For those who are more price sensitive, the Xeon E5-2630 costs less than the Opteron 6276 and performs (very likely) better in every real world situation we could test.

And what about the Opteron? Unless the actual Xeon-E5 servers are much more expensive than expected, it looks like it will be hard to recommend the current Opteron 6200. However if Xeon E5 servers end up being quite a bit more expensive than similar Xeon 5600 servers, the Opteron 6200 might still have a chance as a low end virtualization server. After all, quite a few virtualization servers are bottlenecked by memory capacity and not by raw processing power. The Opteron can then leverage the fact that it can offer the same memory capacity at a lower price point.

The Opteron might also have a role in the low end, price sensitive HPC market, where it still performs very well. It won't have much of chance in the high end clustered one as Intel has the faster and more power efficient PCIe interface.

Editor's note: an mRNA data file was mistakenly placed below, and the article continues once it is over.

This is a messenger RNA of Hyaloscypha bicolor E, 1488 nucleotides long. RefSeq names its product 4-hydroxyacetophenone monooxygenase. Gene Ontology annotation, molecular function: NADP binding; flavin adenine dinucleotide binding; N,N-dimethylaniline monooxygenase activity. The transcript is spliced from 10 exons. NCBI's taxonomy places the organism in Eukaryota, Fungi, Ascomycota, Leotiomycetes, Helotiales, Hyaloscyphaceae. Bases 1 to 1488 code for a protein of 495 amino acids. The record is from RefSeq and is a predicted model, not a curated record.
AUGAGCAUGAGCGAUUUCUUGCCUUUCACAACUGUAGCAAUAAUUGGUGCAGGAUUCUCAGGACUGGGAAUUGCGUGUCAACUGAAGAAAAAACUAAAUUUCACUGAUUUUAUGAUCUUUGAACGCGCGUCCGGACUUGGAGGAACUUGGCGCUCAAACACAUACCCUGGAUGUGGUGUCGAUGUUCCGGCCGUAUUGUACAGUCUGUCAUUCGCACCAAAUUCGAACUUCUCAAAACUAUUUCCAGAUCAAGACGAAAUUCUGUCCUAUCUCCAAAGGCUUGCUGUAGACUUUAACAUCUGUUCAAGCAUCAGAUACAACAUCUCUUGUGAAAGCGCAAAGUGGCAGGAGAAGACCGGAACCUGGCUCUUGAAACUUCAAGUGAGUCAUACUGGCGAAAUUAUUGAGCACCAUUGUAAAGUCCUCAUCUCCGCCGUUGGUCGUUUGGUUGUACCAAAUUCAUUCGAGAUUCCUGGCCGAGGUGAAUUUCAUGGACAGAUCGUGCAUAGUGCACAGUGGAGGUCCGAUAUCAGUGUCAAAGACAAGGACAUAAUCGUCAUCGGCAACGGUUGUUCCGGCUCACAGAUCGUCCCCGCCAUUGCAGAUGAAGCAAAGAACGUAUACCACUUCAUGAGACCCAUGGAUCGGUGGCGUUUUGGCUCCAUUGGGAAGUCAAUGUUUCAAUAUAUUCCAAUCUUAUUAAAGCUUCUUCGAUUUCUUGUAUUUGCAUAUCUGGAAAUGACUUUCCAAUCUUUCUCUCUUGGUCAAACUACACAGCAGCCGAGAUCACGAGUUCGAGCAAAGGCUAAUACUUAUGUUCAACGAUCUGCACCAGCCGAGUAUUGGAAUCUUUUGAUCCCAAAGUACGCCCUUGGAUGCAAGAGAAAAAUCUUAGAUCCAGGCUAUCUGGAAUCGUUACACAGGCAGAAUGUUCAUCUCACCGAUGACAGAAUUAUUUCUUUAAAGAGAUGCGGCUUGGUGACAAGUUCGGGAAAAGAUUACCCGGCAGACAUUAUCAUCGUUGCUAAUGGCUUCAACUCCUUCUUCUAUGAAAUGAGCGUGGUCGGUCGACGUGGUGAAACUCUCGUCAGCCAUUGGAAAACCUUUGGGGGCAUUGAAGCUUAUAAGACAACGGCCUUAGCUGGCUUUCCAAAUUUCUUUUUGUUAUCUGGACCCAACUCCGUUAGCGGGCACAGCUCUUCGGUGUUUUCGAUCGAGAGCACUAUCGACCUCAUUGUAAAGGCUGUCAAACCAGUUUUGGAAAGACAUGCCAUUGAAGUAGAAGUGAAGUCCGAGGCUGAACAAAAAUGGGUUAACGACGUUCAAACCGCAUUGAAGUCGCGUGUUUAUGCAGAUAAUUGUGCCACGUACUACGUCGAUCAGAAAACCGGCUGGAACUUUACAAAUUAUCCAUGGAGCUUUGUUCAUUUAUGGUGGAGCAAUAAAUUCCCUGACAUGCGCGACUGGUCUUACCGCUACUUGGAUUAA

Ultimately, our hope for stiffer competion lies with the newest Opteron "Abu Dhabi" which is based upon the "Piledriver" core. The new Opteron was after all made to operate at 3 GHz and higher clockspeeds as opposed to the meager 2.3/2.6 GHz we have seen so far. Apparantely AMD will not only be able to boost IPC a bit (by 10% or more) but they may also significantly boost the clockspeed as we have learned from this ISSC paper: "a AMD’s 4+ GHz x86-64 core code-named “Piledriver” employs resonant clocking to reduce clock distribution power up to 24% while maintaining a low clock-skew target."

This should allow AMD to get higher clockspeeds within the same power envelope. Until then, it is the Xeon E5-2600 that rules the server world.

Compression and Encryption
POST A COMMENT

65 Comments

View All Comments

  • dilidolo - Tuesday, March 06, 2012 - link

    Link not working on first page - THE SPECS AND THE SKUS Reply
  • yvizel - Tuesday, March 06, 2012 - link

    For some reason I cannot go beyond the first page... Reply
  • yvizel - Tuesday, March 06, 2012 - link

    Second page, in the Intel table, the 2630 is listed as an eight core CPU.
    But then: "...Based on the paper specs, AMD's 6276, 6274 and Intel's 2640 and 2630 are in a neck-and-neck race. AMD offers 16 smaller integer clusters, while Intel offers 6 heavy, slightly higher clocked cores with SMT..."